How do you separate the two — from making sure your music finds a balance and it isn’t to secular or hardcore rap?
- “I think music is a great intersection for honesty and creativity and I think that’s what makes really good music. Honestly, I’ve never tried to smudge the lines in a way that would work a system — I’ve always tried to be myself. And I never want to be the kind of person that judges or criticizes anybody else because of the music they listen to or even the way they live their life. I just want to offer my authentic perspective. You just have to do what’s right for you and I think my fans continuously show up and show love for me because they know exactly who I am.”
You previously made a comment in a video posted to your Instagram about the difference between core fans and radio fans — Do you think the presence of radio has a bigger impact on the amount of fans you again?
- “No, I definitely think core fans are most important because the core fans are people who show up to your shows, buy your merchandise and support you. Radio fans are more fickle because it’s a very low level entry support. All they really do is turn on the radio wherever they are — it’s more so about leisure and comfort for them while a good song plays in the background, whereas your core fans will go out their way because they genuinely love your music. I guess that’s also why I’ve never really had a big hit in radio but I’m still able to do what I do and in a lot of ways, sell more albums, do more shows, sell more tickets than other artists who do radio.”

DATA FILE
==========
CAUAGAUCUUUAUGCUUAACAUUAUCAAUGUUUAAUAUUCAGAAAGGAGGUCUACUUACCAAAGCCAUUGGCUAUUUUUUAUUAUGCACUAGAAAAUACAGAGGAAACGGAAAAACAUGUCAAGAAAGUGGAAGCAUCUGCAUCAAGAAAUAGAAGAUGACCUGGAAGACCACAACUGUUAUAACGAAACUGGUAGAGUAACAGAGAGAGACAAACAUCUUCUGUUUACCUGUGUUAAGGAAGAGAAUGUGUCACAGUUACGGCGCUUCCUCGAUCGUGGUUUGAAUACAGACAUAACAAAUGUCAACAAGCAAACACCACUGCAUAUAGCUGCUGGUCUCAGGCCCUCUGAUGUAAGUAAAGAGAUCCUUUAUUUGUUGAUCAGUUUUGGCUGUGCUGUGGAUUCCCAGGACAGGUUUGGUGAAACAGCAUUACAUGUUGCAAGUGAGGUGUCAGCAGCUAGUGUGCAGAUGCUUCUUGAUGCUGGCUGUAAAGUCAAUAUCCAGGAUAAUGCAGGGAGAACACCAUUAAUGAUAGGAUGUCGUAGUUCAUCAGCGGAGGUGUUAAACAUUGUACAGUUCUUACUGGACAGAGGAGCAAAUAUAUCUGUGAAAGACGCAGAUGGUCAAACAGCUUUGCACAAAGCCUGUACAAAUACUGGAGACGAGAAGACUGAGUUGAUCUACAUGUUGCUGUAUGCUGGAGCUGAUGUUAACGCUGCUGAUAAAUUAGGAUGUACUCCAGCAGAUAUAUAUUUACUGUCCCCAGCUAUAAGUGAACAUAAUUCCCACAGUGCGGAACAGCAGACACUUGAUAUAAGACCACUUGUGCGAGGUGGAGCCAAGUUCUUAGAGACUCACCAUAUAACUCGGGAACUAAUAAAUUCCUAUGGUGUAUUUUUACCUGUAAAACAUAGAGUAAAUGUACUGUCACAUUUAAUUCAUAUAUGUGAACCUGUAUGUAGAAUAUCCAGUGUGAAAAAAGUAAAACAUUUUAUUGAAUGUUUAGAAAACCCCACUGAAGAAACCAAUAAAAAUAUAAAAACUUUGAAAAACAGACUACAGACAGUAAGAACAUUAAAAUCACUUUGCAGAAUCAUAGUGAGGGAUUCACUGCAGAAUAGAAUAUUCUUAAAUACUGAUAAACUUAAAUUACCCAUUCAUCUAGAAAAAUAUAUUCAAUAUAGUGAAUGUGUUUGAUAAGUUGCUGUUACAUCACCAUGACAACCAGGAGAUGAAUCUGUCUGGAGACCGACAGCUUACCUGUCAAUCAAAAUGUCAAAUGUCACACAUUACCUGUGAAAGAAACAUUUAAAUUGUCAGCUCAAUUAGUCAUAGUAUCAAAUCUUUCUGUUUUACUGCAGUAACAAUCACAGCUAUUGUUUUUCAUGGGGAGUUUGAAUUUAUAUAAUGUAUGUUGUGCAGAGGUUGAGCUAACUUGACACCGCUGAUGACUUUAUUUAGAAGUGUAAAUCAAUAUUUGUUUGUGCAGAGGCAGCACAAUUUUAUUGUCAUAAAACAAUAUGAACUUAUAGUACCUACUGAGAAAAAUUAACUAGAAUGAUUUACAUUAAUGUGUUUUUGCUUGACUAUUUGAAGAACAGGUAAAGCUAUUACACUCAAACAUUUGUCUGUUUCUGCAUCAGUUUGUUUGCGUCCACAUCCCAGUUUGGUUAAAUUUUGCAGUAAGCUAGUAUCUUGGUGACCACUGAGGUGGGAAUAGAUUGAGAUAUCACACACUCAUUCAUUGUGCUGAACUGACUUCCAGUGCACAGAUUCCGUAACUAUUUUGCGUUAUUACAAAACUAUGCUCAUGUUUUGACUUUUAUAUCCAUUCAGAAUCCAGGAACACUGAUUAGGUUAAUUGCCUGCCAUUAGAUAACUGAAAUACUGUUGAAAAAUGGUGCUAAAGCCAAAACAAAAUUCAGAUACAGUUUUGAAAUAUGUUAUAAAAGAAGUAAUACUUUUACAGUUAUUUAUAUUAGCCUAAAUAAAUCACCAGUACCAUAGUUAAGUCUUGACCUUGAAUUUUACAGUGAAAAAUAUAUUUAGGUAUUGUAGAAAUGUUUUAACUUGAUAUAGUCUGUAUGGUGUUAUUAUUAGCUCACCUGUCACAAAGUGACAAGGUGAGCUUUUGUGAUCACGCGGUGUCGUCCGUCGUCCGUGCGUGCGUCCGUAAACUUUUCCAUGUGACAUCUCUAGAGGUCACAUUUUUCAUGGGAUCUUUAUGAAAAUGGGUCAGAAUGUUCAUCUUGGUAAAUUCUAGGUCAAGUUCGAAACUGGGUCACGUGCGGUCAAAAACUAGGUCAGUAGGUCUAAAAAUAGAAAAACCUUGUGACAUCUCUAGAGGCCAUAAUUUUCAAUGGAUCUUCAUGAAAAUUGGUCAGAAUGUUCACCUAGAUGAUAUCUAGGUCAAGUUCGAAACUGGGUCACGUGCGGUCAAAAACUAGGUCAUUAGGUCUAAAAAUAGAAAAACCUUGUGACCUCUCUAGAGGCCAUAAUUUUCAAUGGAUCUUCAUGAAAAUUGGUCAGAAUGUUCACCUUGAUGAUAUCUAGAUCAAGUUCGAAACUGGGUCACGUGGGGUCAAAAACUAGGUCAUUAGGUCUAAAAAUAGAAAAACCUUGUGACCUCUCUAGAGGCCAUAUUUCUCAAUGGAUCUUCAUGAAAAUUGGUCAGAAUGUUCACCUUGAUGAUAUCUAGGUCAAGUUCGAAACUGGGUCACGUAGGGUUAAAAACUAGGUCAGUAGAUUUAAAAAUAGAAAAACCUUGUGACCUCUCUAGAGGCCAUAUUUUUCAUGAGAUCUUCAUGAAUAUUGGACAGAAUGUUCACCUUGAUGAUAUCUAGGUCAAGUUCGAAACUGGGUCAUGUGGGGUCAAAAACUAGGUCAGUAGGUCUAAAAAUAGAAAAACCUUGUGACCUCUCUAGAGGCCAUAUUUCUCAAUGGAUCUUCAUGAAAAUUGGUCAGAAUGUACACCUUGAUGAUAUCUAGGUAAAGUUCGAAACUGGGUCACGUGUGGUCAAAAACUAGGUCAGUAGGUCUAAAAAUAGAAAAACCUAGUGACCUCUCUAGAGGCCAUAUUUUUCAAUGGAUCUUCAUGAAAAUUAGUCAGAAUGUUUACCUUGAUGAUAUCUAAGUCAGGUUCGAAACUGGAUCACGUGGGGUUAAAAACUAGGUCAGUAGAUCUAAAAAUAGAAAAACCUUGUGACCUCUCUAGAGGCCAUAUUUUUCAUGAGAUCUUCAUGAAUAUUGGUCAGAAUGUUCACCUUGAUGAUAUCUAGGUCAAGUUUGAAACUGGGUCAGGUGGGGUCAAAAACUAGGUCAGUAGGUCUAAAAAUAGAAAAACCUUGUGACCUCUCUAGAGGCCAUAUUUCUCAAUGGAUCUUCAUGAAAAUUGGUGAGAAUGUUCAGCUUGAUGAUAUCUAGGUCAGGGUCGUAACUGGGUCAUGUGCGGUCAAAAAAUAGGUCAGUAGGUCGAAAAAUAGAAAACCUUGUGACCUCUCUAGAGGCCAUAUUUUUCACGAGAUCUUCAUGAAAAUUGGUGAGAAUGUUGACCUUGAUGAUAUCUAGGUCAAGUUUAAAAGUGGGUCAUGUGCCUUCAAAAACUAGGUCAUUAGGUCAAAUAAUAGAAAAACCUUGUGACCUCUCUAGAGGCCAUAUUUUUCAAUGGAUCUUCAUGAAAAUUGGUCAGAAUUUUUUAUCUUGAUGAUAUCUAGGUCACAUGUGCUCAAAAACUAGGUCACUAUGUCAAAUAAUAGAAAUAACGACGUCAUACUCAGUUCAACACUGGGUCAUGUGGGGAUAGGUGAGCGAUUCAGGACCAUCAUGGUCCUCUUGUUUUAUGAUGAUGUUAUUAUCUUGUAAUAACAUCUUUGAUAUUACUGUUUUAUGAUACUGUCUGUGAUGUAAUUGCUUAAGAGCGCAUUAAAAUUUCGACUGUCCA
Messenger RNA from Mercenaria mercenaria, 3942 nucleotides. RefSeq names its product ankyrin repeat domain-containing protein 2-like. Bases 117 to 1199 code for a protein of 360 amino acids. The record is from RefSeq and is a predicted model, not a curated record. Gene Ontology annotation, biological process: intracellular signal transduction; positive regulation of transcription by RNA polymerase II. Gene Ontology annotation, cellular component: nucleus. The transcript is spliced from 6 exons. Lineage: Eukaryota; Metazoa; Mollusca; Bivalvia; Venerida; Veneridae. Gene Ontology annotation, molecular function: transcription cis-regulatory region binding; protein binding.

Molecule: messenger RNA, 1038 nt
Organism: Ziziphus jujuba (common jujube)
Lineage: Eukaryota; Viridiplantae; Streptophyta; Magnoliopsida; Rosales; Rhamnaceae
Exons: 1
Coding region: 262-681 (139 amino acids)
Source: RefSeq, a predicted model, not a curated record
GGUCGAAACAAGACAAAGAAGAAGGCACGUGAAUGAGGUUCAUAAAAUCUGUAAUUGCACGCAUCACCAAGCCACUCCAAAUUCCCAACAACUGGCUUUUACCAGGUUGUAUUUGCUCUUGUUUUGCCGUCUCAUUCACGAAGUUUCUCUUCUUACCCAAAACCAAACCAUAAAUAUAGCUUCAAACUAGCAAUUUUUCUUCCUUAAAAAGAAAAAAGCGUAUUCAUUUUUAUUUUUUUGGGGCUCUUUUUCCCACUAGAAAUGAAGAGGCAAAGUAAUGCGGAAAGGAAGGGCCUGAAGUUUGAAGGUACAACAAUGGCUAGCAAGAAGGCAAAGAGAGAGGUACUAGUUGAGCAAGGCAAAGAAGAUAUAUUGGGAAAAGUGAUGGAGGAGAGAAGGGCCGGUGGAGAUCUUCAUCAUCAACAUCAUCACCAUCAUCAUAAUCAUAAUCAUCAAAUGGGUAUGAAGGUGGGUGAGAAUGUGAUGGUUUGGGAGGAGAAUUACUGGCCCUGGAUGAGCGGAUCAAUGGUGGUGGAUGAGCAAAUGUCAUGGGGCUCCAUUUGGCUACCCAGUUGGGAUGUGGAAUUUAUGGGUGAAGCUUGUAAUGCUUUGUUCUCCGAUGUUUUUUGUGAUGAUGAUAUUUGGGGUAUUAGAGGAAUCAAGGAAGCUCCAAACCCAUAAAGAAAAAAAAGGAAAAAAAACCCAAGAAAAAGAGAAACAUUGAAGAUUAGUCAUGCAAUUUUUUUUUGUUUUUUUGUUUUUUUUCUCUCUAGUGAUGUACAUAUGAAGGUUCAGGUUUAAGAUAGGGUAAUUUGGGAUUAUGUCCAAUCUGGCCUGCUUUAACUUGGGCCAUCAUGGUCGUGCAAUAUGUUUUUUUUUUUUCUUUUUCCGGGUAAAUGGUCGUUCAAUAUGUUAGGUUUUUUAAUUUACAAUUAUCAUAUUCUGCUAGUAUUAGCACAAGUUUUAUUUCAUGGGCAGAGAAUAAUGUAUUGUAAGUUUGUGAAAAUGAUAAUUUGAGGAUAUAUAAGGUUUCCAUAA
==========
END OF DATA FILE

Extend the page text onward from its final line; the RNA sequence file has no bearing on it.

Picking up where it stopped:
Are you expecting any of your songs on ‘Work In Progress’ to be a radio hit?
- “Nah, I don’t think any of them are to be honest. I think they’re all going to do well in their own respective field. Like there some records on there that’s going to go crazy on rap playlists and then there’s some records that’s going to go one some wedding playlists or R&B playlists. I think we live in a world now that’s ran by streaming and so playlists is like the new radio. You don’t have to fit the format of a 2-3 min song for it to work on the radio. Like ‘You Can’t Stop Me’ a record that I did that went gold, it got long rap verses in it, there’s screaming in it, there’s no melody — and it went gold because the right playlist loved it. Also, I think nowadays, more than ever, we live in an era of niches where your record can thrive and succeed by finding its own pocket of people. But I love the radio too!”